The Jakarta Post
Following the earthquakes in the past two weeks in Lombok, West Nusa Tenggara, donations have been pouring in. The hundreds of aftershocks have also affected neighboring Bali and fears of a tsunami remain. The national disaster mitigation authorities reported more than 160 had been killed as of Thursday while rescuers and aid workers struggle to reach remote areas, particularly in the north of the island.
Foreign governments have also been evacuating their citizens from the area as hundreds of tourists were enjoying the summer holiday season around the coasts or trekking routes of the beautiful eastern islands.
Even though Indonesians live on fault lines or near volcanoes or the ocean, each disaster across the archipelago catches us largely unprepared. Nevertheless, following calamities such as the 2004 tsunami and earthquake in Aceh, and earthquakes and volcanic eruptions in Yogyakarta and North Sumatra, waves of donations immediately flow in. Rightly our instinct is solidarity with all those affected, and we tap away at our gadgets or go to the nearest ATM to transfer whatever sum we can in the hopes of making a difference.
While such solidarity is praiseworthy, what is also vital is more certainty of availability of funds in a country with a constant threat of disasters, not to mention harrowing accidents blamed on human recklessness. Despite developing technology regarding earthquakes, for instance, experts say it is still impossible to detect the precise moment a quake will hit with enough time to warn a large and dense population. Therefore, when settlements become suddenly isolated, there is a considerably long timeframe between the breaking of the news, spontaneous fundraising among the public and delivery of aid to those in need.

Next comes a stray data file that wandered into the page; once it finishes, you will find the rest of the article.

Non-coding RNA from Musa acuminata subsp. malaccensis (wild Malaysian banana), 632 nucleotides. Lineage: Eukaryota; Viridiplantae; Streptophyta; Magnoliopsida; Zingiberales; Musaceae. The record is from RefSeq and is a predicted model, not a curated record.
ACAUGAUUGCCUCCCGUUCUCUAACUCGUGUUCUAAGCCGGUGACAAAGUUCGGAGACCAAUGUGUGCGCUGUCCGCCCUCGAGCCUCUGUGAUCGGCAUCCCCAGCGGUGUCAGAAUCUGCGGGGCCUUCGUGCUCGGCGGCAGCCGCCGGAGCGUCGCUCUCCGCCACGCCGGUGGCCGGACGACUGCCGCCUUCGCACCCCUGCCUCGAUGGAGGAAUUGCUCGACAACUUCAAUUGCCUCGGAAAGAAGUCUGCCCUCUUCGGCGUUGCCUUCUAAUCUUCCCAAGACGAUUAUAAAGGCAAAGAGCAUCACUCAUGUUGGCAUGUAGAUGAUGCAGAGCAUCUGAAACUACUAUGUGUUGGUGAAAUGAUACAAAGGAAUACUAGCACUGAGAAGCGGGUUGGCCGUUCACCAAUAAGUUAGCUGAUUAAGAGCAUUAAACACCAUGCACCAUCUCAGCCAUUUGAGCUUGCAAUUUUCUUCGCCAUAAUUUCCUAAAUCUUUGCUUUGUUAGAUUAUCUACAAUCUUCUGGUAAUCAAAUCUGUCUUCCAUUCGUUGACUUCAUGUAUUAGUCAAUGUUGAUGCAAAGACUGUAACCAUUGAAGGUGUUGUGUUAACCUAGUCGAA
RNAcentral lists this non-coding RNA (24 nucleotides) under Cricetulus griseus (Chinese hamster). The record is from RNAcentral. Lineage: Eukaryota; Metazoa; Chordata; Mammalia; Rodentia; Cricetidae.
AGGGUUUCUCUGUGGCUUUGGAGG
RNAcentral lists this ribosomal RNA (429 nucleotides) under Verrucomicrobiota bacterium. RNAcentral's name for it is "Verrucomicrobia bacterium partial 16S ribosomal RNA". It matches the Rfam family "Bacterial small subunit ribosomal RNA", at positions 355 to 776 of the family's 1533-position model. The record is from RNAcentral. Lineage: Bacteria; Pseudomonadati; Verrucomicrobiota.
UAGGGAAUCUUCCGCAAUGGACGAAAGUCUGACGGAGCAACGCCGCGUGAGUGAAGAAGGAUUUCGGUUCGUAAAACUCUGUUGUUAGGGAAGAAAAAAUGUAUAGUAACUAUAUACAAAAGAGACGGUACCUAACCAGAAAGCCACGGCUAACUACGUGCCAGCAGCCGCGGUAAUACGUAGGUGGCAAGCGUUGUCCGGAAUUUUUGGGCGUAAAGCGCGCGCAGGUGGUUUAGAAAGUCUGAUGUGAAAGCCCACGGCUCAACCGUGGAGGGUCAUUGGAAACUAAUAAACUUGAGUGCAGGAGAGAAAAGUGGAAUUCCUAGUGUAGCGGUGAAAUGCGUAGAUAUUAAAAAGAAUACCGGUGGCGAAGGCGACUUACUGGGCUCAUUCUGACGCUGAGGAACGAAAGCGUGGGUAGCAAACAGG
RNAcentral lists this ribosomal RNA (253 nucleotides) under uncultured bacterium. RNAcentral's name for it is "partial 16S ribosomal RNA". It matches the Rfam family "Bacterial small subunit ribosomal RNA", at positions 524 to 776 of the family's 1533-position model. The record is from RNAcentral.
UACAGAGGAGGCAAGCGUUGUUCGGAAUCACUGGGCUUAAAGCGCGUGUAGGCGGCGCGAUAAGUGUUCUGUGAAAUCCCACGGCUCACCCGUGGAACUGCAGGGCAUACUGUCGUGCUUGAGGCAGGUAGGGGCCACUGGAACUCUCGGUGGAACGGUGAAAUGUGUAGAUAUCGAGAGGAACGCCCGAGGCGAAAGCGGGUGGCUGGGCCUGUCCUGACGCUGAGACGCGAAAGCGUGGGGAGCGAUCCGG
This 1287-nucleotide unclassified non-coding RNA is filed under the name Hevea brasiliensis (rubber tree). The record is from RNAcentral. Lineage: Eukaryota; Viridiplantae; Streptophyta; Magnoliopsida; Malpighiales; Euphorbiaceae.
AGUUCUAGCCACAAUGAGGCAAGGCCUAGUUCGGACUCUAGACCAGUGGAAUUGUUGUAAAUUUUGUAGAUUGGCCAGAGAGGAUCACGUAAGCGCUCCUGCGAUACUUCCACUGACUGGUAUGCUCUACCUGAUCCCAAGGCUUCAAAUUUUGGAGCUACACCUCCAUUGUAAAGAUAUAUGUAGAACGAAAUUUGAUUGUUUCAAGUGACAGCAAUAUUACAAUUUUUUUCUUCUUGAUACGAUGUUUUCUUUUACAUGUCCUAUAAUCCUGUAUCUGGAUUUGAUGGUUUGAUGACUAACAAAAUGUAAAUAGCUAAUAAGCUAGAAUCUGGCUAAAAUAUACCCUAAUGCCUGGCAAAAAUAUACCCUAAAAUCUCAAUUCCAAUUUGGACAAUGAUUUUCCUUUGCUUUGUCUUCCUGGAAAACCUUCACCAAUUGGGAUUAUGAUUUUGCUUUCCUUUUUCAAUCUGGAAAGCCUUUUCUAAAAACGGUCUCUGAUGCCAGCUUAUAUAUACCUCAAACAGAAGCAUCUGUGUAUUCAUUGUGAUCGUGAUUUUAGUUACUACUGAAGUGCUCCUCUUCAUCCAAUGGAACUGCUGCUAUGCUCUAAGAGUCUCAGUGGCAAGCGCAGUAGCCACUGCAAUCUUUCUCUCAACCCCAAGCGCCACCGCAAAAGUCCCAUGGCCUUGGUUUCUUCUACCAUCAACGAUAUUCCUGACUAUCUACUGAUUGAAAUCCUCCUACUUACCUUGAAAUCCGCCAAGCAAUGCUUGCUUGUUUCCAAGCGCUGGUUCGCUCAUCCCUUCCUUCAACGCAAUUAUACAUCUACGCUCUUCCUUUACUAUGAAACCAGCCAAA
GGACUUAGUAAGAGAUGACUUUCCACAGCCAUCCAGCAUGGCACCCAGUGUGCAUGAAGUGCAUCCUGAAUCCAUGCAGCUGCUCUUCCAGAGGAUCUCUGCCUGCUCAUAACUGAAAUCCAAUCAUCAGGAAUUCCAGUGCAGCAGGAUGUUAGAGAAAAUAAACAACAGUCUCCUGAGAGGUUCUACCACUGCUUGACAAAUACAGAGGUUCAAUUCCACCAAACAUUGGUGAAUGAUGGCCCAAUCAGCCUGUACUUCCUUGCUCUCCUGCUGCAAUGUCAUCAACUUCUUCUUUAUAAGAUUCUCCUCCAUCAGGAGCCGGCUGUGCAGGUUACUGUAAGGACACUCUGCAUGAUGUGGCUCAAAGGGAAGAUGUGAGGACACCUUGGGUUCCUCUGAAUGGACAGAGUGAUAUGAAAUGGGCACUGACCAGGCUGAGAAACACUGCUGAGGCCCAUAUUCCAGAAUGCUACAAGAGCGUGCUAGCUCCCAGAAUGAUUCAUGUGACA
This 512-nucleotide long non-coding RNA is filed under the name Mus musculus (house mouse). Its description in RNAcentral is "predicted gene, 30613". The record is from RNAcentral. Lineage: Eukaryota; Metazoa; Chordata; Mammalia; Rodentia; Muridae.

This week, the National Disaster Mitigation Agency (BNBP) said several villages in the north had not received any help as five bridges connecting them had collapsed.
Beyond our tradition of spontaneous solidarity, which we practice daily, the nation lacks institutionalized philanthropy beyond instant donations. Communities and individuals take a long time to recover, years after the headlines shift to other issues and other tragedies.
The Islamic community has an advanced degree of organized charities as zakat, or tithes, are obligatory for Muslims, with a government body managing the funds. Several private organizations have long conducted philanthropic measures, which are understood to be longer term and more focused compared to charity. Many companies are trying to improve their corporate social responsibility (CSR) activities despite unclear regulations.
Lack of clarity includes tax incentives for philanthropy and CSR, concerns that have been raised over the past few years. In the absence of clear rules, public benchmarks have been formed around organizations that have long established credibility. More importantly, clear rules on the supervision of such organizations and their transparency are also crucial. Sustained funds with a guarantee of no leakage and mismanagement would better help disaster-hit communities to move on.
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